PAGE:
A computer system deployed nearly two years ago to monitor the movement of
casualties out of a combat zone will be upgraded to make it compatible with
the Defense Department’s global transportation network.
The casualty-evacuation management software was developed in response to widespread
complaints following the 1991 Persian Gulf War that it was difficult to track
and locate wounded service members being treated at military care centers and
That frustrating lack of reliable information should not be experienced again,
said U.S. Transportation Command officials. In July 2001, the command unveiled
the TRAC2ES, or Transportation Command regulating, command and control evacuation
system, a Web tool that tracks and manages casualty evacuations and patient
movements. It was used in combat for the first time in Operation Enduring Freedom.
U.S. military units employed TRAC2ES to evacuate more than 1,600 U.S. and allied
casualties from the war in Afghanistan, said Air Force Brig. Gen. Charles Bruce
Green, the Transportation Command’s surgeon, responsible for the operation
Green praised the system as a vast improvement over the antiquated technology
it replaced, which was incapable of handling large numbers of casualties. In
1997, the command awarded a $135 million contract to Booz Allen & Hamilton
for the development of TRAC2ES.
Anyone with a computer and an Internet connection can access the unclassified
version of TRAC2ES, he said. The system also has classified features that require
The TRAC2ES software makes it easier to record information about casualties,
officials said. Having accurate data about patients, Green said, is critical
for the Transportation Command to keep track of their status.
In a typical scenario, commanders on the ground determine that casualties need
to be evacuated and transported to a medical facility. They phone the so-called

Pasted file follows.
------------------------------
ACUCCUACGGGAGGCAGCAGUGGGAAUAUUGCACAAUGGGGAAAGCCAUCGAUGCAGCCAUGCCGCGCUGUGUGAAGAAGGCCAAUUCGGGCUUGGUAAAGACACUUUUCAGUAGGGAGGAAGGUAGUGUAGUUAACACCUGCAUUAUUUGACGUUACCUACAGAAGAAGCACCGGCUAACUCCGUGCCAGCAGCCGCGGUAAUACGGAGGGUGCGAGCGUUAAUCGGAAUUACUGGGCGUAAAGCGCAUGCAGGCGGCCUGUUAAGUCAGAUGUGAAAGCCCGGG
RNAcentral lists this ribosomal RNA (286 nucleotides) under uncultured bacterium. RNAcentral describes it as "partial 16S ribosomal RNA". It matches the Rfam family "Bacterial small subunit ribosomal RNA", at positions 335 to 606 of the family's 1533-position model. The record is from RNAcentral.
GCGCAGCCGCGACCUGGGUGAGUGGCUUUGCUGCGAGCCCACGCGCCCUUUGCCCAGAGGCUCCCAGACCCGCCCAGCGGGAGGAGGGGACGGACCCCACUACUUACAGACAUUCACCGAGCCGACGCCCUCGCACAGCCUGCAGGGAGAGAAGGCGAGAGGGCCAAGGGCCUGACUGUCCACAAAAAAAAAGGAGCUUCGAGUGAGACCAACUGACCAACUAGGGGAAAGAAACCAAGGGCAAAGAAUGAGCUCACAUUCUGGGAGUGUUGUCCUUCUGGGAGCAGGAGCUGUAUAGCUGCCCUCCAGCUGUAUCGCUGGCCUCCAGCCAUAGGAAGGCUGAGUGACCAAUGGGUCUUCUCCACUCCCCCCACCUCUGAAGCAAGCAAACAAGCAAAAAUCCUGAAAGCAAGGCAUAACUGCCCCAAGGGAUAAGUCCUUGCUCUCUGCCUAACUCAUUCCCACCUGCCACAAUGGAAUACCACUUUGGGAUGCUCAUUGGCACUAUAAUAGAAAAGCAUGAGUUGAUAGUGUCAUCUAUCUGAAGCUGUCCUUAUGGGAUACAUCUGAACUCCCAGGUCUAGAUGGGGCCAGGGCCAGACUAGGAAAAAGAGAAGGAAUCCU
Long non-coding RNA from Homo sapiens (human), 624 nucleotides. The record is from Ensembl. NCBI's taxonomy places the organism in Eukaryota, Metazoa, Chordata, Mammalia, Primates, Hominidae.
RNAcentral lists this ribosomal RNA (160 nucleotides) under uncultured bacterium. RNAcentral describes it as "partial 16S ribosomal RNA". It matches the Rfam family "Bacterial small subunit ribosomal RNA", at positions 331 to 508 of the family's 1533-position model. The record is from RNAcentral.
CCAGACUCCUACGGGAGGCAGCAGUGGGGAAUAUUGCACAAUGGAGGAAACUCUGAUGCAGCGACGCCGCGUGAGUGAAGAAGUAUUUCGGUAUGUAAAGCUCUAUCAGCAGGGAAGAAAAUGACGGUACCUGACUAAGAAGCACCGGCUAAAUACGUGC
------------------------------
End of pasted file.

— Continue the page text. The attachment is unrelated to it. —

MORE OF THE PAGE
“patient movement requirement center,” a facility set up to support
a specific conflict. An air-evacuation team then is alerted about a possible
mass-casualty event. The center in turn has to separately request aircraft and
crews to transport those patients.
With the old technology, the process to coordinate an air evacuation used to
take at least several hours, for a single patient. With TRAC2ES, said Green,
it’s possible to arrange the evacuation of several patients within 45
The Transportation Command operates four patient movement requirement centers:
one is located at the command’s headquarters, at Scott Air Force Base,
Ill. The others are based at Ramstein Air Base, in Germany, and at Yokota Air
Base, in Japan. A mobile center currently operates in the Persian Gulf area.
Having these centers near the combat zone helps direct air-evacuation operations,
said Green. In Operation Enduring Freedom, he said, “we coordinated with
the airlift community so we could use the planes that were relatively empty
when they came back. “
The patient-movement requirements center receives requests for patient transport,
establishes the appropriate destination and mode of travel.
In addition to the four centers, the Transportation Command has “kits”
that can be used to turn planes into air medical facilities capable of treating
patients while in transit.
Despite the successful employment of TRAC2ES in Operation Enduring Freedom
and during domestic emergencies, the system has yet to prove its worth in a